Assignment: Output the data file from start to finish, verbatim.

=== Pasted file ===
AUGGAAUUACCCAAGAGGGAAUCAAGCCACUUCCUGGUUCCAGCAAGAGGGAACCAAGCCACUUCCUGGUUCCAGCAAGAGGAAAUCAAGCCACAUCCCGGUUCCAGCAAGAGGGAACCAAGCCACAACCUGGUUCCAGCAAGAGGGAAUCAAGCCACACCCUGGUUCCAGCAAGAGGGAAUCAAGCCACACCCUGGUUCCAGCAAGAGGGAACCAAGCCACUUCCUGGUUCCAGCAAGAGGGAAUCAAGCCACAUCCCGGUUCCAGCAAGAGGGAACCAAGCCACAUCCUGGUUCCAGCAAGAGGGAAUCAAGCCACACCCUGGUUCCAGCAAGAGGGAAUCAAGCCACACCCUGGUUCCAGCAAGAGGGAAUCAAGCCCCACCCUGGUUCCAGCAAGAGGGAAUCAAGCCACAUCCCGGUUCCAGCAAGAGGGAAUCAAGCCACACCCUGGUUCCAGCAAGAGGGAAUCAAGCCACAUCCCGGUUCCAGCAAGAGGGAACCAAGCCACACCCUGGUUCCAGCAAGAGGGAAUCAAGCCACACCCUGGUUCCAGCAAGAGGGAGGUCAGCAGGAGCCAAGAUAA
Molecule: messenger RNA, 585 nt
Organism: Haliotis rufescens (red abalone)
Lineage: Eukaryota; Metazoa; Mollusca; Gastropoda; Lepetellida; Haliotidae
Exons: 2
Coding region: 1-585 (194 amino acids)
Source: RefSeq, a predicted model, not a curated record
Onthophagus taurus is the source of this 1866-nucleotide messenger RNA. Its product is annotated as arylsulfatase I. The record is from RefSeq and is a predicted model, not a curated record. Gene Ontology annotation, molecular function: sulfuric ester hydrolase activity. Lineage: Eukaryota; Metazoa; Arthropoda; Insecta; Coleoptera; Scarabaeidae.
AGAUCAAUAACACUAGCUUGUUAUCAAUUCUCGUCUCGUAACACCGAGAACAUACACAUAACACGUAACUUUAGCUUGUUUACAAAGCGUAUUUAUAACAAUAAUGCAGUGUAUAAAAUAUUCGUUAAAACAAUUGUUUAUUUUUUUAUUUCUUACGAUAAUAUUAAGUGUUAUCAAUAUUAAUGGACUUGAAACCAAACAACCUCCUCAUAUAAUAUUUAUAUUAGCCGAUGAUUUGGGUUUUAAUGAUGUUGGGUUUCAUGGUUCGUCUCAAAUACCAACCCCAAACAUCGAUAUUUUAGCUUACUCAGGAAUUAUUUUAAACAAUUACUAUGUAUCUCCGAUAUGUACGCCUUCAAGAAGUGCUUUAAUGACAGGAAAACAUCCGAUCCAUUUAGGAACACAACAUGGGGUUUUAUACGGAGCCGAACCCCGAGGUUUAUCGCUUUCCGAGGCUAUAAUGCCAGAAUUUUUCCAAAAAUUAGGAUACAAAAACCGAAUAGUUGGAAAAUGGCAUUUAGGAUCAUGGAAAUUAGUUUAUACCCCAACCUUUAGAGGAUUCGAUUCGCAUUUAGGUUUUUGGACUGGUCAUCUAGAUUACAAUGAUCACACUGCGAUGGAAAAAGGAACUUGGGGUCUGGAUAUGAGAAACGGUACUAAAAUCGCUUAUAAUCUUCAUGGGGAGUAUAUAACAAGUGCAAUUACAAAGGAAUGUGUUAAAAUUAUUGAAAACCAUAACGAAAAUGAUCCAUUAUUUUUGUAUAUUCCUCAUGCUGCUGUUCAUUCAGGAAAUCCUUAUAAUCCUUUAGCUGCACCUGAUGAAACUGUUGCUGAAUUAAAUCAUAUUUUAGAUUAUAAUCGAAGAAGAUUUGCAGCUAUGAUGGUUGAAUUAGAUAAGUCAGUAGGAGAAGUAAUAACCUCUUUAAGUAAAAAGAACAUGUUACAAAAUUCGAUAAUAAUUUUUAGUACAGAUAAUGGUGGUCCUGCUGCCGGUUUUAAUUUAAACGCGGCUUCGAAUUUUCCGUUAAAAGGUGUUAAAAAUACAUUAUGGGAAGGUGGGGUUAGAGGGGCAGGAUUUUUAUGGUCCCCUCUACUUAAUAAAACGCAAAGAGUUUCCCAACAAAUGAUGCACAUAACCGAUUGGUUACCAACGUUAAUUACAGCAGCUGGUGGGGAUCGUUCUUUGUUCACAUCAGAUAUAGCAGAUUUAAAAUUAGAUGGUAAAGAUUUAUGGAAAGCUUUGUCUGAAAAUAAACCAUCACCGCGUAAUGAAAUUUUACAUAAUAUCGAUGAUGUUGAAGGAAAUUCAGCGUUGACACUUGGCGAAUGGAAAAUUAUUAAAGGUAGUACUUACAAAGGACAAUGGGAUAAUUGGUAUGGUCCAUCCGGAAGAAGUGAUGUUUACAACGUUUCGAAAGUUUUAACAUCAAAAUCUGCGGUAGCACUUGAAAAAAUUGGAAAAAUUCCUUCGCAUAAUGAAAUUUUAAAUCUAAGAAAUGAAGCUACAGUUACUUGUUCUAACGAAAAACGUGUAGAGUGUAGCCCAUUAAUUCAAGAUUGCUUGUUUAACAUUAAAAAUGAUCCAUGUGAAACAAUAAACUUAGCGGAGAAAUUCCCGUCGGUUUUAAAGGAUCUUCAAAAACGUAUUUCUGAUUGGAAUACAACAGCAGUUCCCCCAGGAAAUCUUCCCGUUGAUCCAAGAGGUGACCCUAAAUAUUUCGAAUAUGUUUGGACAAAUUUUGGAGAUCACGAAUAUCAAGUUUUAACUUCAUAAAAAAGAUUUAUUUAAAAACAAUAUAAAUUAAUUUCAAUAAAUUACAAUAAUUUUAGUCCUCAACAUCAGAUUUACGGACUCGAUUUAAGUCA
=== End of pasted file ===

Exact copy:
AUGGAAUUACCCAAGAGGGAAUCAAGCCACUUCCUGGUUCCAGCAAGAGGGAACCAAGCCACUUCCUGGUUCCAGCAAGAGGAAAUCAAGCCACAUCCCGGUUCCAGCAAGAGGGAACCAAGCCACAACCUGGUUCCAGCAAGAGGGAAUCAAGCCACACCCUGGUUCCAGCAAGAGGGAAUCAAGCCACACCCUGGUUCCAGCAAGAGGGAACCAAGCCACUUCCUGGUUCCAGCAAGAGGGAAUCAAGCCACAUCCCGGUUCCAGCAAGAGGGAACCAAGCCACAUCCUGGUUCCAGCAAGAGGGAAUCAAGCCACACCCUGGUUCCAGCAAGAGGGAAUCAAGCCACACCCUGGUUCCAGCAAGAGGGAAUCAAGCCCCACCCUGGUUCCAGCAAGAGGGAAUCAAGCCACAUCCCGGUUCCAGCAAGAGGGAAUCAAGCCACACCCUGGUUCCAGCAAGAGGGAAUCAAGCCACAUCCCGGUUCCAGCAAGAGGGAACCAAGCCACACCCUGGUUCCAGCAAGAGGGAAUCAAGCCACACCCUGGUUCCAGCAAGAGGGAGGUCAGCAGGAGCCAAGAUAA
Molecule: messenger RNA, 585 nt
Organism: Haliotis rufescens (red abalone)
Lineage: Eukaryota; Metazoa; Mollusca; Gastropoda; Lepetellida; Haliotidae
Exons: 2
Coding region: 1-585 (194 amino acids)
Source: RefSeq, a predicted model, not a curated record
Onthophagus taurus is the source of this 1866-nucleotide messenger RNA. Its product is annotated as arylsulfatase I. The record is from RefSeq and is a predicted model, not a curated record. Gene Ontology annotation, molecular function: sulfuric ester hydrolase activity. Lineage: Eukaryota; Metazoa; Arthropoda; Insecta; Coleoptera; Scarabaeidae.
AGAUCAAUAACACUAGCUUGUUAUCAAUUCUCGUCUCGUAACACCGAGAACAUACACAUAACACGUAACUUUAGCUUGUUUACAAAGCGUAUUUAUAACAAUAAUGCAGUGUAUAAAAUAUUCGUUAAAACAAUUGUUUAUUUUUUUAUUUCUUACGAUAAUAUUAAGUGUUAUCAAUAUUAAUGGACUUGAAACCAAACAACCUCCUCAUAUAAUAUUUAUAUUAGCCGAUGAUUUGGGUUUUAAUGAUGUUGGGUUUCAUGGUUCGUCUCAAAUACCAACCCCAAACAUCGAUAUUUUAGCUUACUCAGGAAUUAUUUUAAACAAUUACUAUGUAUCUCCGAUAUGUACGCCUUCAAGAAGUGCUUUAAUGACAGGAAAACAUCCGAUCCAUUUAGGAACACAACAUGGGGUUUUAUACGGAGCCGAACCCCGAGGUUUAUCGCUUUCCGAGGCUAUAAUGCCAGAAUUUUUCCAAAAAUUAGGAUACAAAAACCGAAUAGUUGGAAAAUGGCAUUUAGGAUCAUGGAAAUUAGUUUAUACCCCAACCUUUAGAGGAUUCGAUUCGCAUUUAGGUUUUUGGACUGGUCAUCUAGAUUACAAUGAUCACACUGCGAUGGAAAAAGGAACUUGGGGUCUGGAUAUGAGAAACGGUACUAAAAUCGCUUAUAAUCUUCAUGGGGAGUAUAUAACAAGUGCAAUUACAAAGGAAUGUGUUAAAAUUAUUGAAAACCAUAACGAAAAUGAUCCAUUAUUUUUGUAUAUUCCUCAUGCUGCUGUUCAUUCAGGAAAUCCUUAUAAUCCUUUAGCUGCACCUGAUGAAACUGUUGCUGAAUUAAAUCAUAUUUUAGAUUAUAAUCGAAGAAGAUUUGCAGCUAUGAUGGUUGAAUUAGAUAAGUCAGUAGGAGAAGUAAUAACCUCUUUAAGUAAAAAGAACAUGUUACAAAAUUCGAUAAUAAUUUUUAGUACAGAUAAUGGUGGUCCUGCUGCCGGUUUUAAUUUAAACGCGGCUUCGAAUUUUCCGUUAAAAGGUGUUAAAAAUACAUUAUGGGAAGGUGGGGUUAGAGGGGCAGGAUUUUUAUGGUCCCCUCUACUUAAUAAAACGCAAAGAGUUUCCCAACAAAUGAUGCACAUAACCGAUUGGUUACCAACGUUAAUUACAGCAGCUGGUGGGGAUCGUUCUUUGUUCACAUCAGAUAUAGCAGAUUUAAAAUUAGAUGGUAAAGAUUUAUGGAAAGCUUUGUCUGAAAAUAAACCAUCACCGCGUAAUGAAAUUUUACAUAAUAUCGAUGAUGUUGAAGGAAAUUCAGCGUUGACACUUGGCGAAUGGAAAAUUAUUAAAGGUAGUACUUACAAAGGACAAUGGGAUAAUUGGUAUGGUCCAUCCGGAAGAAGUGAUGUUUACAACGUUUCGAAAGUUUUAACAUCAAAAUCUGCGGUAGCACUUGAAAAAAUUGGAAAAAUUCCUUCGCAUAAUGAAAUUUUAAAUCUAAGAAAUGAAGCUACAGUUACUUGUUCUAACGAAAAACGUGUAGAGUGUAGCCCAUUAAUUCAAGAUUGCUUGUUUAACAUUAAAAAUGAUCCAUGUGAAACAAUAAACUUAGCGGAGAAAUUCCCGUCGGUUUUAAAGGAUCUUCAAAAACGUAUUUCUGAUUGGAAUACAACAGCAGUUCCCCCAGGAAAUCUUCCCGUUGAUCCAAGAGGUGACCCUAAAUAUUUCGAAUAUGUUUGGACAAAUUUUGGAGAUCACGAAUAUCAAGUUUUAACUUCAUAAAAAAGAUUUAUUUAAAAACAAUAUAAAUUAAUUUCAAUAAAUUACAAUAAUUUUAGUCCUCAACAUCAGAUUUACGGACUCGAUUUAAGUCA